Nearly All Phones in Japan Are Waterproof Because People Need to Use Them in the Shower

Nearly All Phones in Japan Are Waterproof Because People Need to Use Them in the Shower
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Consider relocating to Japan if you're unhappy with the waterproof phone options available in the United States. Although they are far from the norm, waterproof cellphones are becoming more popular in Western countries. However, almost all phones in Japan are waterproof, and they have been for almost a decade. Because consumers need to be able to use their phones in the shower, data reveals that 90% to 95% of phones in Japan are waterproof.

It seems that Japanese smartphone owners are so devoted to them that they even use them while bathing. Early on, manufacturers became aware of this peculiar behavior and understood that they needed to make their products waterproof in order to flourish in Japan. The Casio Canoe 502S, the first waterproof mobile phone in history, was released in 2005. A line of waterproof handhelds from Fujitsu quickly followed. Soon, all manufacturers attempting to sell their products in Japan were required to make their products waterproof.

Even manufacturers like LG and Samsung, who typically don't produce waterproof phones for the worldwide market, had to change in order to compete in Japan. According to Ken Hong, LG's head of worldwide communications, "In Japan, being waterproof is significantly more important than being able to remove your phone's battery." For a smaller Korean company like LG, "we need to be able to check all the key boxes to be as attractive as possible to Japanese consumers," which is also why LG hasn't even bothered launching its most recent flagship, the modular G5 phone, in the Asian nation—it couldn't make a waterproof phone with removable parts, so why bother.

In Japan, phones that can withstand water have long been the standard. "In Japan, you can't sell a phone if it's not waterproof," Panasonic executive Taro Itakura told AFP at the 2012 Mobile World Congress in Barcelona. Approximately 90 to 95 percent of the phones sold now come with waterproofing. "We carry our phone with us at all times. It follows us into the bathroom, into the shower, or into the downpour. Therefore, a sturdy phone is essential, according to Nobuo Ohtani, senior vice president of Fujitsu Corporate, for AFP.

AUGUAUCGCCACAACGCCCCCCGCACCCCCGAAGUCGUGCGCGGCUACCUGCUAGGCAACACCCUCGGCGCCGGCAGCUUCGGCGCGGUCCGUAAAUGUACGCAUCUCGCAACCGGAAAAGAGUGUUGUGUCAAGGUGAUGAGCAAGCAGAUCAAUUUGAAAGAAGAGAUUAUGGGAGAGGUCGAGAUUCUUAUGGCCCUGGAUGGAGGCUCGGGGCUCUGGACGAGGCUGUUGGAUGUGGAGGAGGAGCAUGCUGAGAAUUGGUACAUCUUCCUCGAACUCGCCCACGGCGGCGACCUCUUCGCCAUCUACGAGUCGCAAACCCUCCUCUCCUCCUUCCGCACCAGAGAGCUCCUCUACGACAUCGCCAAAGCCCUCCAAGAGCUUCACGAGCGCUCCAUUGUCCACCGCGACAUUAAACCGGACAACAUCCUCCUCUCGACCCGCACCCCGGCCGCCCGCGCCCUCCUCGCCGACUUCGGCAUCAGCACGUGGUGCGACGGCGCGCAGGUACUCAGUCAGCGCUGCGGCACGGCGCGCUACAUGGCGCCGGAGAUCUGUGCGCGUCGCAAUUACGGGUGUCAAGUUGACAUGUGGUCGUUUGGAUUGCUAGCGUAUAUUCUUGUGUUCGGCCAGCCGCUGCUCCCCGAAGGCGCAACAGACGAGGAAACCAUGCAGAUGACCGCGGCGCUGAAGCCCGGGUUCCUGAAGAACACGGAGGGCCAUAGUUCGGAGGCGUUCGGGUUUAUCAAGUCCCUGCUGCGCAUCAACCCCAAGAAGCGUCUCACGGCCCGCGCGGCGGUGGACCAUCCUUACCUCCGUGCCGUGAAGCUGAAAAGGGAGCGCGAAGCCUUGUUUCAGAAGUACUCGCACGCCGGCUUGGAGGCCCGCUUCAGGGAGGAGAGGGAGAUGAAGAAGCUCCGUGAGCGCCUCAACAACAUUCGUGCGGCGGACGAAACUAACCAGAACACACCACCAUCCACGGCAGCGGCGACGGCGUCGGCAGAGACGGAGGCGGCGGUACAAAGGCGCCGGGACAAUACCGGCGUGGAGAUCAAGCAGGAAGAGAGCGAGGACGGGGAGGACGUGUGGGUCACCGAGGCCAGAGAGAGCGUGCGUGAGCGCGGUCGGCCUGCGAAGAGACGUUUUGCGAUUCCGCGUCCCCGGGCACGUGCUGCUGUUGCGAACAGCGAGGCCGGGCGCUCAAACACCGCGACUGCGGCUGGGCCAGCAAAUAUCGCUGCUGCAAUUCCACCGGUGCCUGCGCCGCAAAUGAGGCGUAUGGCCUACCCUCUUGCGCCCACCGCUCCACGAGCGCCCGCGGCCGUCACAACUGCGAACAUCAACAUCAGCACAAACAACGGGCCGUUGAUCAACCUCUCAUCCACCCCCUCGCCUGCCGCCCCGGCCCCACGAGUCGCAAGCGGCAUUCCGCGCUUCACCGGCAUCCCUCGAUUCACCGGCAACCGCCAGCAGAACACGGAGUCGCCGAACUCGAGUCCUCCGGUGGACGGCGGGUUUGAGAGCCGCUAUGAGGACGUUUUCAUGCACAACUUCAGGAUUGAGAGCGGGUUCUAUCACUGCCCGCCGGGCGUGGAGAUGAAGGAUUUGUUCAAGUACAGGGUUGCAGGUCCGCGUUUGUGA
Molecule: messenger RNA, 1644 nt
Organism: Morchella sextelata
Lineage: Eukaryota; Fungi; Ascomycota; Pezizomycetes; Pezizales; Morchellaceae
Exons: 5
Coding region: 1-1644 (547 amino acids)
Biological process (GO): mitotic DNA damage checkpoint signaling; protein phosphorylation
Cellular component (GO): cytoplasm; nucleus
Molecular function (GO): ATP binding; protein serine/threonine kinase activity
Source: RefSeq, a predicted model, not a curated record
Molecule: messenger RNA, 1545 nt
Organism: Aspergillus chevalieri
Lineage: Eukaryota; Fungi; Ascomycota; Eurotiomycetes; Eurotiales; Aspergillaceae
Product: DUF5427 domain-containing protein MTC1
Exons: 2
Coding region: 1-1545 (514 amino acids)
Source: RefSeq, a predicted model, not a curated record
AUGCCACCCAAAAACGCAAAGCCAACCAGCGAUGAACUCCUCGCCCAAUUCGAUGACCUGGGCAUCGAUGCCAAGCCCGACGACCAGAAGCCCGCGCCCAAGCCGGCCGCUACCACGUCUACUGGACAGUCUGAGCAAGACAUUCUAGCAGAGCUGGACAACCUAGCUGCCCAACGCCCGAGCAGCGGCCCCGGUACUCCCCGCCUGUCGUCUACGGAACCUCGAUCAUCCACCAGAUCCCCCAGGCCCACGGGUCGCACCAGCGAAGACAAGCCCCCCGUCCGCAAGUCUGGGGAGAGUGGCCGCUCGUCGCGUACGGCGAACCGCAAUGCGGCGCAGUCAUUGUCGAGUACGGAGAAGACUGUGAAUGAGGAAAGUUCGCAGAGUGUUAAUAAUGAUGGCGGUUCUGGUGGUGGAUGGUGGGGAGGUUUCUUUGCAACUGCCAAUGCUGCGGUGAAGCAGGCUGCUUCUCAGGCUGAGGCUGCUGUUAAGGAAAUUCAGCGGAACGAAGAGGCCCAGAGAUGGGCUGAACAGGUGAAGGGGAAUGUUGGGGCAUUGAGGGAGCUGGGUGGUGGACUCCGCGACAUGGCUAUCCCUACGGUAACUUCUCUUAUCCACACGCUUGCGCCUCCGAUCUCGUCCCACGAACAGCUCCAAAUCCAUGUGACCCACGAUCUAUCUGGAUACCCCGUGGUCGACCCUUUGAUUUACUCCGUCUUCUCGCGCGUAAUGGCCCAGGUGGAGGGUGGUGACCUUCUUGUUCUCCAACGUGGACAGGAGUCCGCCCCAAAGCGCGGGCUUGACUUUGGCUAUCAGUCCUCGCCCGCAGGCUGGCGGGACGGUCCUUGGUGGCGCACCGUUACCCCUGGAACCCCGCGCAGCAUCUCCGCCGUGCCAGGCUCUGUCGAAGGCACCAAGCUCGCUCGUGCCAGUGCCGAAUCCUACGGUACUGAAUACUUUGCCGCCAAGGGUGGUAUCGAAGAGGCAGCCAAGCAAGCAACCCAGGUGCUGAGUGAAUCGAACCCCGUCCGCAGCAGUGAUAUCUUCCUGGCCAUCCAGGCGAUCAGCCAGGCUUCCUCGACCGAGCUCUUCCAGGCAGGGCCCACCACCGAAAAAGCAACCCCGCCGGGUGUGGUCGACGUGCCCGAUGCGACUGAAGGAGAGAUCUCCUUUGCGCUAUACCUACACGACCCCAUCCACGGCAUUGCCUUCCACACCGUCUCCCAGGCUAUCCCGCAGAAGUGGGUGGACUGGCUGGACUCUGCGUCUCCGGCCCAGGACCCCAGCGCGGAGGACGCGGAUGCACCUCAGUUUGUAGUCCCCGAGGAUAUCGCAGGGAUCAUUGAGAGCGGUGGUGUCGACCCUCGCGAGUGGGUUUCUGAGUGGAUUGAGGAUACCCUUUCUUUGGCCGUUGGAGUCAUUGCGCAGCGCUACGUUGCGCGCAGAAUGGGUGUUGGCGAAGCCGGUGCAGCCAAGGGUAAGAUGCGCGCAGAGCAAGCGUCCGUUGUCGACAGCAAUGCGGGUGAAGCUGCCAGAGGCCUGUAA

So, you can relax knowing that you're not as addicted to technology as you imagined, as long as you avoid using your phone in the shower. According to manufacturers, Japanese women are so devoted to their phones that they even use them while showering. This necessitates waterproofing, which also protects against mishaps caused by texting while using the restroom and rainstorms.

After leaving in 2005 to concentrate on its domestic sales, Panasonic is attempting to re-enter the European market.

In the US, the trend of water-resistant phones is steadily gaining traction thanks to companies like Samsung, Sony, and Apple. However, just because technology is growing doesn't mean you should treat your phone like a pool toy. Phone manufacturers advise against immersing your phone underwater since salt and other chemicals may harm it even if moisture doesn't.